The options are there in their plenty for the non-meat eater. You don’t even have to go in for the meat substitutes, and I think there are some vegetarians who would even deem this as cheating – because you’re not trying to find new food, it’s just food replacement. But who can resist the vegetarian sausage?! It’s one of the best inventions ever, it really is. Not the Quorn ones, but the Linda McCartney’s and the Cauldron ones – I think so. Quorn do win at fake chicken and mince though. It also depends on how “hardcore” you want to be – I currently live with two people (men, no less) who even check their beer ingredients to make sure there’s no animal involved – but then my mother (who instigated vegetarianism) (I mean for me, not the world, that would be severely impressive) eats Parmesan cheese and smokey bacon crisps. And fish actually. It all depends on why you’re being vegetarian. I hate it when people assume you’re doing it for moral reasons and then tell you you’re an idiot because it’s instinct to eat meat and we’re going against nature. That may be true but you surely shouldn’t judge so readily.

But similarly, the vegetarians shouldn’t assume it’ll be an easy ride. If you’ve chosen to limit your options, you’ve got to accept there will be less to eat. Someone I know is not only lactose intolerant but also gluten – this isn’t even her choice but it makes for a very expensive and awkward supermarket venture. I feel much worse for her than myself as it’s not like I’ll die if I eat animals (what an odd sentence). But there’s no one to blame in the previous situation – it’s much easier to get on board of you’ve made the choice yourself. Not that I entirely did but I’m choosing to avoid it as much as I can.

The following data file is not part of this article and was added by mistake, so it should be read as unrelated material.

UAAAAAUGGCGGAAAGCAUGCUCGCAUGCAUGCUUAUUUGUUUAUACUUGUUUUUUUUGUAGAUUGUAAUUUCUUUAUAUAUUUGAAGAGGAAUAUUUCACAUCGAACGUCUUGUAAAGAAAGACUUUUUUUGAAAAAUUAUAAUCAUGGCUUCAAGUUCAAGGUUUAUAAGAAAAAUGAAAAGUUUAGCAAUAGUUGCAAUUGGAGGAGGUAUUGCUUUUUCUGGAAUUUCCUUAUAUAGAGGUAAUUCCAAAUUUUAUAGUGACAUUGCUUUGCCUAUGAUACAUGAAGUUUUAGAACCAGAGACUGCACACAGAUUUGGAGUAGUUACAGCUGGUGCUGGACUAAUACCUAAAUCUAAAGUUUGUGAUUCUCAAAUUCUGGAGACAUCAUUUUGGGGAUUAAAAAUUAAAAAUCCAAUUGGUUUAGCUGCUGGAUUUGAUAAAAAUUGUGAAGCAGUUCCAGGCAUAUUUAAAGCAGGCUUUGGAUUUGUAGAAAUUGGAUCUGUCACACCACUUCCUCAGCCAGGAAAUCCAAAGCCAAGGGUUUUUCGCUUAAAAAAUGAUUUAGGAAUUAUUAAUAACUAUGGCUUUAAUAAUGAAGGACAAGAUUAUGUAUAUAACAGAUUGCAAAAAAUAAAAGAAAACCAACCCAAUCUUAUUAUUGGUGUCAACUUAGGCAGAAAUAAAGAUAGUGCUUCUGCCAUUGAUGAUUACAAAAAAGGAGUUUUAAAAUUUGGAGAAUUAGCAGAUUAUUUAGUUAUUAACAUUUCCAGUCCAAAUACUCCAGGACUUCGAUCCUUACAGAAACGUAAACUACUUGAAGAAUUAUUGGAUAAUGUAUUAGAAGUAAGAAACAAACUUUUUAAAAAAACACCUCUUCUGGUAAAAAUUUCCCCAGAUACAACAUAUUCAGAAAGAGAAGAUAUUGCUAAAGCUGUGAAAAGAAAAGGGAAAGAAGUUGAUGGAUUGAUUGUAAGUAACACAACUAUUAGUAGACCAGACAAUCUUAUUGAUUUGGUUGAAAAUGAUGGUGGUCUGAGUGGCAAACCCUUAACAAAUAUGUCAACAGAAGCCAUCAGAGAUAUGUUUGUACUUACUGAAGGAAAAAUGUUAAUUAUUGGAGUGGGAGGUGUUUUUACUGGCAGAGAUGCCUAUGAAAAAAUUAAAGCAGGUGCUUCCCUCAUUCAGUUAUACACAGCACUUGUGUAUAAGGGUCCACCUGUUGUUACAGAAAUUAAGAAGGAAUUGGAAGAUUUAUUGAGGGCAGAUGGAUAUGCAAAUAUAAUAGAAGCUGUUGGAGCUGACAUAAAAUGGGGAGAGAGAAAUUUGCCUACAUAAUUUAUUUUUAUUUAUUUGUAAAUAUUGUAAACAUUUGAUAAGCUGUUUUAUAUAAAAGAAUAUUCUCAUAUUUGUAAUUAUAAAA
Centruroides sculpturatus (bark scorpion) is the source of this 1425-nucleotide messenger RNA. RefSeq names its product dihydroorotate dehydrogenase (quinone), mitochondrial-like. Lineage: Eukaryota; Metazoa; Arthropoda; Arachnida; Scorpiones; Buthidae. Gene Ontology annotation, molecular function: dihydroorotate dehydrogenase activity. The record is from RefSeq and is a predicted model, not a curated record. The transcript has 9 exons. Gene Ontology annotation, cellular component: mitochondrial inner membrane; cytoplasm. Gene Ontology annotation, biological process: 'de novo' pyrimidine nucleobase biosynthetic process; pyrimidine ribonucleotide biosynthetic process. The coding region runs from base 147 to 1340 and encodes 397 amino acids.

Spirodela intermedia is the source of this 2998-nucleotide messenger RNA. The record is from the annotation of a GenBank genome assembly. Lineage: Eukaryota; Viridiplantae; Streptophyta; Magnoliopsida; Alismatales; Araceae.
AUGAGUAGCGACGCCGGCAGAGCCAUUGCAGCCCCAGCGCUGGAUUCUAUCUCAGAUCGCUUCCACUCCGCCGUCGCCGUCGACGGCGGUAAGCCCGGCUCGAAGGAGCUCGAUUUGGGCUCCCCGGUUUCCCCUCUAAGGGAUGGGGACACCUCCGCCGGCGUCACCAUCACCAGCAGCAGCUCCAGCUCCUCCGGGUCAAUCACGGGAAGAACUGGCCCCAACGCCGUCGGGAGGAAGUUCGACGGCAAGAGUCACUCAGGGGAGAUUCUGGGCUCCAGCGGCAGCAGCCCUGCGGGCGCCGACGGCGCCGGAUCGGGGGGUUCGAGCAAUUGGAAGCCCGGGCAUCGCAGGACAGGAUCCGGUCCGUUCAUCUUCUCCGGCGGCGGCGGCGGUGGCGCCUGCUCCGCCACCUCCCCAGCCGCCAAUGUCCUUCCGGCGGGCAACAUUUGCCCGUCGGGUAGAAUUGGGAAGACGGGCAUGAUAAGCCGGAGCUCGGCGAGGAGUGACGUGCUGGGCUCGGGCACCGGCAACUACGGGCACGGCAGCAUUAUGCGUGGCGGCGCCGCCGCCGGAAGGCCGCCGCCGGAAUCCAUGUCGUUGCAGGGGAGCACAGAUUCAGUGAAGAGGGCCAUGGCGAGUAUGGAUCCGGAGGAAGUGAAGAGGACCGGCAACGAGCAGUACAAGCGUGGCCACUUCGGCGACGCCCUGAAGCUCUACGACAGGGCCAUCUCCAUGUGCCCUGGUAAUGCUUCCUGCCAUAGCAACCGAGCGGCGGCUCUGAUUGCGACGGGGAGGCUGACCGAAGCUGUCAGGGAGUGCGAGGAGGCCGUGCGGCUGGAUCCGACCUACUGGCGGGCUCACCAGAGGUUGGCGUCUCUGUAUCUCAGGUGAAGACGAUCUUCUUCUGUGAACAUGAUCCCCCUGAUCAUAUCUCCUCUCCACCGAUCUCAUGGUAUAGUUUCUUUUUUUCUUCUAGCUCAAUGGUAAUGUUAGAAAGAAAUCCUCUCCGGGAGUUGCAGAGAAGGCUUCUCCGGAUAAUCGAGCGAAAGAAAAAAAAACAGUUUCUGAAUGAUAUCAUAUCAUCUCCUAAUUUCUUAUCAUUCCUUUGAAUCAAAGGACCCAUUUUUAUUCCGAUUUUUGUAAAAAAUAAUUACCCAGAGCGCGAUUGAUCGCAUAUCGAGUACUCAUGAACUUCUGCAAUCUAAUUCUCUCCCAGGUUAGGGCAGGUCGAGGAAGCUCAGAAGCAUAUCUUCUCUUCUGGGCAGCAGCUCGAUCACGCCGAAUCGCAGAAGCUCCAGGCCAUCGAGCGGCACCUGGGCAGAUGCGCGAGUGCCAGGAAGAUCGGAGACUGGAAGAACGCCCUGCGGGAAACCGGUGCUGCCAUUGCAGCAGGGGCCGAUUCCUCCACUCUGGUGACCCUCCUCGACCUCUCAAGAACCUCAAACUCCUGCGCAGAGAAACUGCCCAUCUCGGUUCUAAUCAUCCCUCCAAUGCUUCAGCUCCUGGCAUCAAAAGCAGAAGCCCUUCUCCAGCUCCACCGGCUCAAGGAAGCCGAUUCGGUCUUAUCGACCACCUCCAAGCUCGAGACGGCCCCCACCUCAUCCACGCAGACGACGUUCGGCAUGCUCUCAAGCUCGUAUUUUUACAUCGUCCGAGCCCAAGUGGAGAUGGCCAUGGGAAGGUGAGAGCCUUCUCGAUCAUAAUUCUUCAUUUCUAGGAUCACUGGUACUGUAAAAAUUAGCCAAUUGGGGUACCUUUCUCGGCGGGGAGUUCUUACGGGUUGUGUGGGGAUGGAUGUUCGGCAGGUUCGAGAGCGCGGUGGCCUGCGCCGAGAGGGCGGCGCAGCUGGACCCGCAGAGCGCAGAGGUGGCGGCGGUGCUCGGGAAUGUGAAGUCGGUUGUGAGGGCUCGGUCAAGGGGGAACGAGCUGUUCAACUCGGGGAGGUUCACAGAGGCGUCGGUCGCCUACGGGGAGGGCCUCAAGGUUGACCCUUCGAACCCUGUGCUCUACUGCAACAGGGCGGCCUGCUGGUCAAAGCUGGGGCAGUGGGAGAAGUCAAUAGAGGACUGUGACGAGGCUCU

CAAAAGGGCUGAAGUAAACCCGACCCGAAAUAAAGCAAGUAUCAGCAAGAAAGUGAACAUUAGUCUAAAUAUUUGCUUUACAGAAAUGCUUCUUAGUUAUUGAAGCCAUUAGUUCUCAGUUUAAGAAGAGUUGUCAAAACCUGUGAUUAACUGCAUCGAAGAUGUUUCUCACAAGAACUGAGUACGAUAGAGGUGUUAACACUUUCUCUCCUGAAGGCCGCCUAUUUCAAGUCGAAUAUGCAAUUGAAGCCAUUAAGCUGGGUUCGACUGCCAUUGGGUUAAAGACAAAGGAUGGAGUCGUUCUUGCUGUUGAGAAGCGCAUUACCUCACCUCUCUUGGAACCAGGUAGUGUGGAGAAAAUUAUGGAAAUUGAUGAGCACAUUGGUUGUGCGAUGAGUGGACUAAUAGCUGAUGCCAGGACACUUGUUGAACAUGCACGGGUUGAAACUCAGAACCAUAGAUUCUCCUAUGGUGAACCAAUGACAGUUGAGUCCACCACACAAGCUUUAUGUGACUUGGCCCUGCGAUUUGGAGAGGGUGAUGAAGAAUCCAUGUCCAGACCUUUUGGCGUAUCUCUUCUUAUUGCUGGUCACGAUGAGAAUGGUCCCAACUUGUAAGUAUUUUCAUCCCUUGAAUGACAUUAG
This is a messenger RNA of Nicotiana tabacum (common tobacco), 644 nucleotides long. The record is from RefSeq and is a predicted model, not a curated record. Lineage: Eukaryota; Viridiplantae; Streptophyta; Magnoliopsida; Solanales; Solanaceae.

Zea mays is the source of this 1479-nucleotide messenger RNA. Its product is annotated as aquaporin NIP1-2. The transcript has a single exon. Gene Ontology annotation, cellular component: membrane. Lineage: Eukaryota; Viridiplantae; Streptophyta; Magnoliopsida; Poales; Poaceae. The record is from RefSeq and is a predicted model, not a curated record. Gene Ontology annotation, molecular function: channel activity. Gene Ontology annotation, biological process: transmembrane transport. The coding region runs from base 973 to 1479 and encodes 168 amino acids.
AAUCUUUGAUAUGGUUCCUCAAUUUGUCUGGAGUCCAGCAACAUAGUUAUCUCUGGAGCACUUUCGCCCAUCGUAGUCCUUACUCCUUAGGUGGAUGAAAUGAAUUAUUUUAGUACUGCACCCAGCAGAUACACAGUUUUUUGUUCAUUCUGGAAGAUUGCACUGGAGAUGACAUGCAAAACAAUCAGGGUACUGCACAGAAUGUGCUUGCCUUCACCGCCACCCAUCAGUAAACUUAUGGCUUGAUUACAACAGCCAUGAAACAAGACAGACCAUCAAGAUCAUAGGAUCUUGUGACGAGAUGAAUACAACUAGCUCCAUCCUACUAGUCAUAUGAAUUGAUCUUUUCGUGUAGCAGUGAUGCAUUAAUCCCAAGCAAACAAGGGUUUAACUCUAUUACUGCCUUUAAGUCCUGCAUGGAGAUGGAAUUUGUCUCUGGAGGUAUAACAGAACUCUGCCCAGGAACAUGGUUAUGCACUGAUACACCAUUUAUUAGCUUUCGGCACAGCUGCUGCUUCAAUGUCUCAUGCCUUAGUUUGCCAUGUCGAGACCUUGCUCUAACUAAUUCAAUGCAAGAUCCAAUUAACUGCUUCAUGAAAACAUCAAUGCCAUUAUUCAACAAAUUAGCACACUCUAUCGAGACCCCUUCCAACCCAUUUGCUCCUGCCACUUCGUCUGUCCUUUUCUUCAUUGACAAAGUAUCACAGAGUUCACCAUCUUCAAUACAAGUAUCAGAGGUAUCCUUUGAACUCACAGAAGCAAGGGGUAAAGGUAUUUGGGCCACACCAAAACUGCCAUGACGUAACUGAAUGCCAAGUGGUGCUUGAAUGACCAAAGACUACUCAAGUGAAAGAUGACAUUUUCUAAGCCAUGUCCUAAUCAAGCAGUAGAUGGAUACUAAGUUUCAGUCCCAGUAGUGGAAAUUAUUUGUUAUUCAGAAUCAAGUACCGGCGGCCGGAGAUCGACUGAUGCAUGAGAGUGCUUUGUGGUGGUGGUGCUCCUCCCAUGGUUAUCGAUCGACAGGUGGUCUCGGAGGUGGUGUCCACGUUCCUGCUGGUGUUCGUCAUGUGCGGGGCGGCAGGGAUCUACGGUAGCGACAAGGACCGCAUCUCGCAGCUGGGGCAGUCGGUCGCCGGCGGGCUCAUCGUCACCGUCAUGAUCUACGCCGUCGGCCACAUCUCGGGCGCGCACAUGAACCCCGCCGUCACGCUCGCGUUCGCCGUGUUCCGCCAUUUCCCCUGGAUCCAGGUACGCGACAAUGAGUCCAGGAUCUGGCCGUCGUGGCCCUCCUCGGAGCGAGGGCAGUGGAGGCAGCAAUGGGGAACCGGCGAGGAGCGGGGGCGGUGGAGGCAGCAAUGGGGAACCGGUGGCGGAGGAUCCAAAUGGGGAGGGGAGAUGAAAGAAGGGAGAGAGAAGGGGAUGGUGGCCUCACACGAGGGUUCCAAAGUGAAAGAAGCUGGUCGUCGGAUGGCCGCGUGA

I’m always impressed at the lengths the people I know will go to to cater for me whenever they’re cooking. Benchlad’s mum always makes an extra dish for me, or makes everything vegetarian (which makes me feel guilty), or if she hasn’t had time she’ll apologise profusely. And my friend Ana did similar whenever she cooked. It makes me feel guilty because I know it’s more awkward for them, but they all seem fine doing it.. Nice but strange.

That said, it can be immensely frustrating whenever it gets to you. Whenever you go out to eat is usually the worse time. Glastonbury is not a problem, those hippie weirdos are usually vegetarian anyway, but restaurants can be quite depressing. We went to the Curry Festival in Leeds last weekend and I think there was only one all-vegetarian stall. Which was very nice of them, but we got samosas from another stand and I completely didn’t think about the contents, until some mushy, grey-looking meat substances was looking back at me after consuming the initial pastry. Such a shame as they were homemade and everything.

But really, it’s like any extreme. Don’t throw it in someone’s face and don’t expect everyone to get on board. It’s not that normal (although being quite common), but it can be immense if you do it right. Having sympathetic friends can help too.

 

Later with Jools Holland – 20th September 2011


Oh hello Bland City, it’s the Beige Train pulling through. What’s that? Enough dull culture already? You won’t mind some more then.

This week’s edition of Jools was pretty flat, it has to be said. Which is a great shame as I was anticipating the return of the series for a while.